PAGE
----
CCC.THISJUSTIN

March 16, 2018

 

 

 

 

 

Alabama: A bill to reduce the number of weeks people receive jobless benefits and tie the number to the state’s unemployment rate cleared a House committee this morning. As originally written, Sen. Arthur Orr’s Senate Bill 92 proposed the number of weeks people could receive benefits would vary by county, depending on their local unemployment rate. March 15, 2018, Orr said the U.S. Department of Labor said that’s not allowable. He’s substituted the bill with one that uses a statewide rate.

Currently, Alabamians can receive unemployment for up to 26 weeks.  Under Orr’s bill, when unemployment is at or below 6.5 percent, people would receive 14 weeks of unemployment. When it’s above 6.5, and more people are searching for jobs, they’d receive up to 20 weeks. Orr said the bill includes a “five-week kicker” that allows for additional benefits if people are enrolled in job-training programs.

The bill also increases the weekly benefit by $10. The currently average weekly amount is about $206 to $218 a week, the third lowest amount in the nation.

He said the legislation would put Alabama’s benefits more in line with other states in the Southeast. The bill cleared the Commerce and Small Business committee this morning. Orr’s bill now must be approved by the House. It had already been approved in the Senate but must return there because of the change removing county-specific unemployment rates.

Illinois: Illinois unemployment rate drops to 4.8% in January. The state’s unemployment rate is 0.7 percentage points higher than the national unemployment rate reported for January 2018, which held at 4.1 percent.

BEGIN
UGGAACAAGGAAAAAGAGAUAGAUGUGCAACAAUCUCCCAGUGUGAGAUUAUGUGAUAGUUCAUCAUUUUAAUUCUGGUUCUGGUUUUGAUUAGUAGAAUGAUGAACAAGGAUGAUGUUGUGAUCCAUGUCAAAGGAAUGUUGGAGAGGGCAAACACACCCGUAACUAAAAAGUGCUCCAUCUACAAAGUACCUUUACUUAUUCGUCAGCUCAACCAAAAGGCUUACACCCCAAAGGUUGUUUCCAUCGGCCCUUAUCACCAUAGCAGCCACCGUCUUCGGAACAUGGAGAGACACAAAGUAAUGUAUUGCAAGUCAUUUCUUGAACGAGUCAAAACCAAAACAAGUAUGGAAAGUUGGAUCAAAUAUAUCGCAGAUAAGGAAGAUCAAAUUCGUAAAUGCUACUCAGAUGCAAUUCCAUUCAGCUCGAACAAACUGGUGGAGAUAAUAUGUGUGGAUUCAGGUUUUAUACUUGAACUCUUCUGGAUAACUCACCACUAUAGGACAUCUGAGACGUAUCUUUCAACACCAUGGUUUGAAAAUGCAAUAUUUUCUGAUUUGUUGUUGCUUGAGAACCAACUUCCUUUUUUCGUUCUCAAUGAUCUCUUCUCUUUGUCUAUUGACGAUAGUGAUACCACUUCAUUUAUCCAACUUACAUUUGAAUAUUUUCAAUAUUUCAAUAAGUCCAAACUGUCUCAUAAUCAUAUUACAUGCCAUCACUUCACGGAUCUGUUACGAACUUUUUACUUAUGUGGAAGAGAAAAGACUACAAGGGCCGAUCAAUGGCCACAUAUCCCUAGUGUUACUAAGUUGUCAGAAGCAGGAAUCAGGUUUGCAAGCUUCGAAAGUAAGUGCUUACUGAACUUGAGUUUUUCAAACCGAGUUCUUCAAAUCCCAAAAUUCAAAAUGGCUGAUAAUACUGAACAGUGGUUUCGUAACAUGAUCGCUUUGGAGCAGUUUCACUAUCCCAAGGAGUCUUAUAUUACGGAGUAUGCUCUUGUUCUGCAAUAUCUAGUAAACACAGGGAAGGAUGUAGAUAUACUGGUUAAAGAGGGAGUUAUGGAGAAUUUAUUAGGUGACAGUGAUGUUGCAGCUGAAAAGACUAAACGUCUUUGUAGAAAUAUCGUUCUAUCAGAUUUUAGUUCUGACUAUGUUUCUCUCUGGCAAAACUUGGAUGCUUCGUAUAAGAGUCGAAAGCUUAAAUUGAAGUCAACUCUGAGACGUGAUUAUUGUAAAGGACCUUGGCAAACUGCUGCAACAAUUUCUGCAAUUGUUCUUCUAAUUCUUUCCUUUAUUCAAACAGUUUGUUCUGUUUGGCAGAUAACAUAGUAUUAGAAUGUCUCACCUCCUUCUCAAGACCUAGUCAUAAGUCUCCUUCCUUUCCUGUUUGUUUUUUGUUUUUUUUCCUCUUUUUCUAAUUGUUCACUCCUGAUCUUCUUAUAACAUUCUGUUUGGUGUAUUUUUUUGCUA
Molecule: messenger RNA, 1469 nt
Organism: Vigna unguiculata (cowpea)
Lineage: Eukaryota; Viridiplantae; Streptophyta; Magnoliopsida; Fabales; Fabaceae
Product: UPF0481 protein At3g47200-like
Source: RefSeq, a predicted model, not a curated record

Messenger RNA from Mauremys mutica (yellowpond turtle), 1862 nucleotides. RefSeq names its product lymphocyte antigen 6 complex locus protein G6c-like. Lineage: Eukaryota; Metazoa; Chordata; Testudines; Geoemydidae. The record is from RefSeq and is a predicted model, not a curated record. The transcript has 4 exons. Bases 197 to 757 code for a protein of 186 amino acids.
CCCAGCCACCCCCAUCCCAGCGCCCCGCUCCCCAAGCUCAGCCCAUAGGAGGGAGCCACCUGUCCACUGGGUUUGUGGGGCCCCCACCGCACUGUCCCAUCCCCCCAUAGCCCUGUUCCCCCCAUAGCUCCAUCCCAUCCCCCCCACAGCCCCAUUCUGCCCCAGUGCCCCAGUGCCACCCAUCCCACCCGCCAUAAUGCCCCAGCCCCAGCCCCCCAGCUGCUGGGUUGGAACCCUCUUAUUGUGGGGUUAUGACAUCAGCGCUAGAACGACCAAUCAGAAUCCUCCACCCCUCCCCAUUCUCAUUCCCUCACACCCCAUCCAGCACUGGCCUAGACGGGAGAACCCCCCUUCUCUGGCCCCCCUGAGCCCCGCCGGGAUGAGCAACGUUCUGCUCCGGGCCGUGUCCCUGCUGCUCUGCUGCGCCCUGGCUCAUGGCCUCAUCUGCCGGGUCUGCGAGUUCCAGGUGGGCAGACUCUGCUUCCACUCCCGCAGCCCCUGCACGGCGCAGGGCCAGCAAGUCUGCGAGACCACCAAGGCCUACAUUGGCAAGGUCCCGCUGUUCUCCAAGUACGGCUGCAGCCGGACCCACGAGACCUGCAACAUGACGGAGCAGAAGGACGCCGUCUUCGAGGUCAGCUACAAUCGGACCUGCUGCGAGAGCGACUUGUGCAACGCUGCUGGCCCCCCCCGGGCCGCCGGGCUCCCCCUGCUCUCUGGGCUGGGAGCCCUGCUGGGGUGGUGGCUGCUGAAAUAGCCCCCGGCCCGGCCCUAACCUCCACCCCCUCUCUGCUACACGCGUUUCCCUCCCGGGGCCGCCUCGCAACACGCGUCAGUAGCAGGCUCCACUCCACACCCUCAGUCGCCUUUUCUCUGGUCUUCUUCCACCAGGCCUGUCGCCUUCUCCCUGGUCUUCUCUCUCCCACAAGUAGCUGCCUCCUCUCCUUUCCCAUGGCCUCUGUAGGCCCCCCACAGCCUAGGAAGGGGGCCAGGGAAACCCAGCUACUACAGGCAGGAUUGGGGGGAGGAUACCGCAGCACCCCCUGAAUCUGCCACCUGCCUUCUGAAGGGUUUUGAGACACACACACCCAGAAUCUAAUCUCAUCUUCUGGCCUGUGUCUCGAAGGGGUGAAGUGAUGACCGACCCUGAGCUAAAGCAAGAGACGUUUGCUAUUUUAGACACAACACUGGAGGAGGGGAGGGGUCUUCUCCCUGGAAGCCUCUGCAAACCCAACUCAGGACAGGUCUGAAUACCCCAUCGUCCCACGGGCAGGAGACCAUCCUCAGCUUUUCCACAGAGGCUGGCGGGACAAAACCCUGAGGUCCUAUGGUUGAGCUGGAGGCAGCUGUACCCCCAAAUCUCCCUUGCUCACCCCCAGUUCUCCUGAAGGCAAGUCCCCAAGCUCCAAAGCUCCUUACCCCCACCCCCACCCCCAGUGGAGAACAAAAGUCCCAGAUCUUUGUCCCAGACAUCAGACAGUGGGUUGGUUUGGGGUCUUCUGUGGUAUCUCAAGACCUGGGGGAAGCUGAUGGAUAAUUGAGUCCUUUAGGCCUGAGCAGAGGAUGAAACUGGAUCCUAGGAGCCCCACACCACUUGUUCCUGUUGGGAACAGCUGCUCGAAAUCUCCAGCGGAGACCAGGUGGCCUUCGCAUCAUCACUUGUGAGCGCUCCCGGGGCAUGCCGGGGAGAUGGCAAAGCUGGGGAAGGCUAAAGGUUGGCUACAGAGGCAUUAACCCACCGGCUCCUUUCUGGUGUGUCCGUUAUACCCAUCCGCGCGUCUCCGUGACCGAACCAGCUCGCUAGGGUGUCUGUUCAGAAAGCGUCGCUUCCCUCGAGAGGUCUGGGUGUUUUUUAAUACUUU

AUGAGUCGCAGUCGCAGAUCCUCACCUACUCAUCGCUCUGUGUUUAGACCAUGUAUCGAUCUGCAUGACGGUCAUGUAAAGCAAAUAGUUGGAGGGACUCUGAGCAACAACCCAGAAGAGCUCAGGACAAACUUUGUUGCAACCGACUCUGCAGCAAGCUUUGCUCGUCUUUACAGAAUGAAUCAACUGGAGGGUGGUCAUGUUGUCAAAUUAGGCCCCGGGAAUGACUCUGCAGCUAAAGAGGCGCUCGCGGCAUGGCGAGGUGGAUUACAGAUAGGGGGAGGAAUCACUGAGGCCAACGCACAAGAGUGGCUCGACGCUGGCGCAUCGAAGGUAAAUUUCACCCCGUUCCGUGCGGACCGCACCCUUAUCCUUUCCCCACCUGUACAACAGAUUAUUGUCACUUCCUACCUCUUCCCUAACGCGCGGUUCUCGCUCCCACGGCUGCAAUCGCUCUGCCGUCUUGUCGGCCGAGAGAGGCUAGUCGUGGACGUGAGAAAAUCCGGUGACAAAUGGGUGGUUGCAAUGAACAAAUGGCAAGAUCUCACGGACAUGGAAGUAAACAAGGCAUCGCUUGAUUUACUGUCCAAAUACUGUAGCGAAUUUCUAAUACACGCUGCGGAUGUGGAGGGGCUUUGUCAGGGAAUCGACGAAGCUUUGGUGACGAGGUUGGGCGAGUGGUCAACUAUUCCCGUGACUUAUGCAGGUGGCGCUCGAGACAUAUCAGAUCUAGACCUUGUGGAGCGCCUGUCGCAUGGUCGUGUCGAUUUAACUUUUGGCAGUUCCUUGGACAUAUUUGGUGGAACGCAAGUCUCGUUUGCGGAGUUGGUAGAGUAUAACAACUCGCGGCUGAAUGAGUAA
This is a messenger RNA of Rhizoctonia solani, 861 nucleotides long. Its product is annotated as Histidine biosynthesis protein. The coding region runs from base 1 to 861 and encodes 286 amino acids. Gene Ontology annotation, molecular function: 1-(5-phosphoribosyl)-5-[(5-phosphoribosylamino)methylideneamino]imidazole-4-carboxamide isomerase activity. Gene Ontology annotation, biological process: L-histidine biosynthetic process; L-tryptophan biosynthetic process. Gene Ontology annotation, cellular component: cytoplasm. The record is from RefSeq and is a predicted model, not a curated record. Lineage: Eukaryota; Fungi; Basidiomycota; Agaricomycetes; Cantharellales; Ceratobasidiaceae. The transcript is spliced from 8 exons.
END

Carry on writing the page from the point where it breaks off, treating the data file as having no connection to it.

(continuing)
Iowa: Iowa’s unemployment rate remained steady at 2.9 percent in January. Iowa Workforce Development said in a news release Monday that the December rate of 2.9 percent was revised upward from the preliminary rate of 2.8 percent reported Jan. 23. Iowa’s unemployment rate compares to a 4.1 percent national rate. The number of Iowans without jobs decreased to 48,300 in January from 49,300 in December. The current estimate is 9,100 lower than in January 2017.

Maine: The Maine Department of Labor says the state’s unemployment rate fell slightly in January to 3 percent. The Labor Department says the unemployment rate was down from 3.1 percent for December and 3.4 percent a year ago. The department says the state’s rate of unemployment has been below 4 percent for 26 consecutive months, which is the longest stretch since the current methodology was put in place in 1976.

Maryland: Maryland gained 12,900 jobs in January though unemployment increased for the third consecutive month.  On the downside, unemployment ticked up to 4.1 percent in January, compared to 4 percent in December. This was the third straight month the unemployment rose since reaching a low of 3.8 percent in September.

New Mexico: New Mexico’s unemployment rate fell to 5.9 percent in January, down from 6 percent in December. The state jobless rate was at 6.5 percent in January 2017, still higher than the national unemployment of 4.1 percent.

South Carolina: The South Carolina unemployment rate rose a 1/10 of a percentage point to 4.3 percent in January, according to the Department of Employment and Workforce.

Tennessee: Tennessee had a statewide unemployment rate of 3.3 percent in January, which was the sixth lowest in the nation.

Vermont: Vermont’s unemployment rate continues to remain low while employers across the state report they can’t find enough workers to fill open jobs. The state Department of Labor on Monday released the January unemployment statistics that showed 2.9 percent of the state’s workforce is unemployed. The state unemployment rate is tied for the fourth lowest rate in the country.

CCC will continue to keep you informed as more information is released.

If you have questions regarding any of the workforce solutions, CCC provides, please contact us at 800.207.6926 or contact@corporatecostcontrol.com.

 

 

 


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